Drones Are Now Doing Dirty Jobs That Humans Don't Want To Do

When the tech industry talks about drones, certain topics tend to dominate. Drones can revolutionize medicine. Drones will advance exploration in space and the deep sea. Drones will reinvent the supply chain. There's another aspect that doesn't get as much attention, however: using these unmanned aerial vehicles to do the jobs humans would rather avoid. An example of that comes from Scotland, where modern cities like Edinburgh and Glasgow make do with sewers from the Victorian era – ones dug by hand, built of plain brick and mortar, that are in no way up to the sanitary needs of the millions of people they serve every year.

The Scottish EPA recently laid out plans for a comprehensive restructuring of the nation's sewage system, but the problem is labor. In short, most workers don't want to wade through miles of human waste just to keep the pumps running. Leaving aside the frankly gross nature of the project, these are outdated, crumbling systems processing materials at scales far beyond their tolerance. The same problems that make rebuilding failing sewers necessary also make them profoundly unsafe to work in, and that's where drones come in.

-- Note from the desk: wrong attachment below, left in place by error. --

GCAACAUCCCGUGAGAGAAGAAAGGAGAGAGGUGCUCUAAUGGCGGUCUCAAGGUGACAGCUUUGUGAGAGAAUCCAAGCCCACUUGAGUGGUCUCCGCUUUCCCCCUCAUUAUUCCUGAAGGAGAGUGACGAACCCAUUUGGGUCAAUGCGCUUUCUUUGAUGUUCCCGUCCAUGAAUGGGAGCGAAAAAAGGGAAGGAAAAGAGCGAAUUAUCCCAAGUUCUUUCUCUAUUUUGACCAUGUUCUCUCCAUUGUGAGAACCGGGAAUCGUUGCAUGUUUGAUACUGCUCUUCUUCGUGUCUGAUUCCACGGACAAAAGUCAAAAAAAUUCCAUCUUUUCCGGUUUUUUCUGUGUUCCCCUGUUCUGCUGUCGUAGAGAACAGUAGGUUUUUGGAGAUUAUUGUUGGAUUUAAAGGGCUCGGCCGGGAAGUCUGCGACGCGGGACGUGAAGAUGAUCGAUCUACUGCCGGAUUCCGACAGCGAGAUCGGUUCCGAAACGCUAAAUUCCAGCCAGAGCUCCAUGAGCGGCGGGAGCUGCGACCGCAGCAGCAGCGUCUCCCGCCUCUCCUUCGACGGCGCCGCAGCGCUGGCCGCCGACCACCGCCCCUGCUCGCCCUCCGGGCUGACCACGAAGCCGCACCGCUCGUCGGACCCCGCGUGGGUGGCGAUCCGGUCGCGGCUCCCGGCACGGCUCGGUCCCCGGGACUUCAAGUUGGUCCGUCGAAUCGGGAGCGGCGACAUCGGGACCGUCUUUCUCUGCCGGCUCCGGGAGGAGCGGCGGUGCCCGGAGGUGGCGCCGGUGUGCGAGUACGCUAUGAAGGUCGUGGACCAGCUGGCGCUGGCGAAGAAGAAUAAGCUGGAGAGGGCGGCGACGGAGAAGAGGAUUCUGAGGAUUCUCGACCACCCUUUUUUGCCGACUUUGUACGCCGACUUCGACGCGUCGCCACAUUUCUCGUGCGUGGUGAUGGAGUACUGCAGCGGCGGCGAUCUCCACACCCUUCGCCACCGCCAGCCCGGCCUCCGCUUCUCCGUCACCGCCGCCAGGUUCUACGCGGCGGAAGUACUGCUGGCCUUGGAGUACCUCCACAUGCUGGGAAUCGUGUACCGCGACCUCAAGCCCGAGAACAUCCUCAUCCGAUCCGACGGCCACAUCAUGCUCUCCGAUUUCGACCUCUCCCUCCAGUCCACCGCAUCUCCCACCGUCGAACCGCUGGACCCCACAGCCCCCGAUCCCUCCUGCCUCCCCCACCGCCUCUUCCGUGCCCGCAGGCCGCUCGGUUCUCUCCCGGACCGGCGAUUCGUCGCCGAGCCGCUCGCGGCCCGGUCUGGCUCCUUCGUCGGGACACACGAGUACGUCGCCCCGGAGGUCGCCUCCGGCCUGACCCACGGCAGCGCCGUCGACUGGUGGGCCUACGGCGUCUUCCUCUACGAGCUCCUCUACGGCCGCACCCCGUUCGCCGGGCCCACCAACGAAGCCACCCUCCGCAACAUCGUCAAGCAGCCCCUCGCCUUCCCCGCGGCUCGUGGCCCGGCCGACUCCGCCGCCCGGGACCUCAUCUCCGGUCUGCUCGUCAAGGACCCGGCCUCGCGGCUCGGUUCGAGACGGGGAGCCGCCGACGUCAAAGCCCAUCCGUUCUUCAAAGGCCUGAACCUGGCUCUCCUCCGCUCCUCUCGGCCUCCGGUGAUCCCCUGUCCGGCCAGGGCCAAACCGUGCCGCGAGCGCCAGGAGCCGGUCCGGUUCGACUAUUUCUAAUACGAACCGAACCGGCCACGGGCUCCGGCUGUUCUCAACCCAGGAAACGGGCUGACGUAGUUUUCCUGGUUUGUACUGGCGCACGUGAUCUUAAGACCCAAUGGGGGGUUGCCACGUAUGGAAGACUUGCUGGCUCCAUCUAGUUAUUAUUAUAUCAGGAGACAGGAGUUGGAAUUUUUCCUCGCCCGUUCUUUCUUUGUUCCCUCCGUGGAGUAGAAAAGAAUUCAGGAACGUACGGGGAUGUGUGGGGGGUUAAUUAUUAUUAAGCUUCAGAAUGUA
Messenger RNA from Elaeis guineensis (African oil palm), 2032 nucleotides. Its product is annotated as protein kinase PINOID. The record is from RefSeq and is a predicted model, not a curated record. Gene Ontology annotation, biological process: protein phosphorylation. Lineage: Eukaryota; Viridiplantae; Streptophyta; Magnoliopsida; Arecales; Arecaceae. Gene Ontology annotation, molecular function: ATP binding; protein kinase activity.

It's a dirty job, so let the robots do it

Some of the earliest wide-scale applications of modern drones used them as platforms for Light Detection and Ranging (LIDAR). Drones equipped with this technology have succeeded in a wide variety of tasks ranging from mine planning to emergency search and rescue (via MIT). For its part, the utility company Scottish Water plans to use LIDAR drones to survey crumbling sewers and identify problem areas, according to a September 2022 report from the BBC. One drone-powered sewage survey has already taken place in Glasgow with more expected to follow.

Crucially, the impact of drones on the Scottish Water workforce is predicted to be minimal. Though the drone does the work of 15 people, the company expects to add jobs as a result of the new survey method, with more workers needed to map the drones' discoveries and engineer solutions. The method is touted as better for the local populace at large, too, as the drone surveys are said to be more accurate, making repairing and maintaining the sewage system cheaper while also (hopefully) cutting down on the pollution and floods caused by the aging infrastructure.

Obviously, the survey has only begun -– the long-term effects of this application of drone tech have yet to be determined. Scottish Water already notes, however, that drone-based surveys cut down on emissions by reducing how many vehicles must be driven to the entry sites. Thus far it's a promising start for considering the needs of workers in a post-automation world, one increasingly threatened by climate change.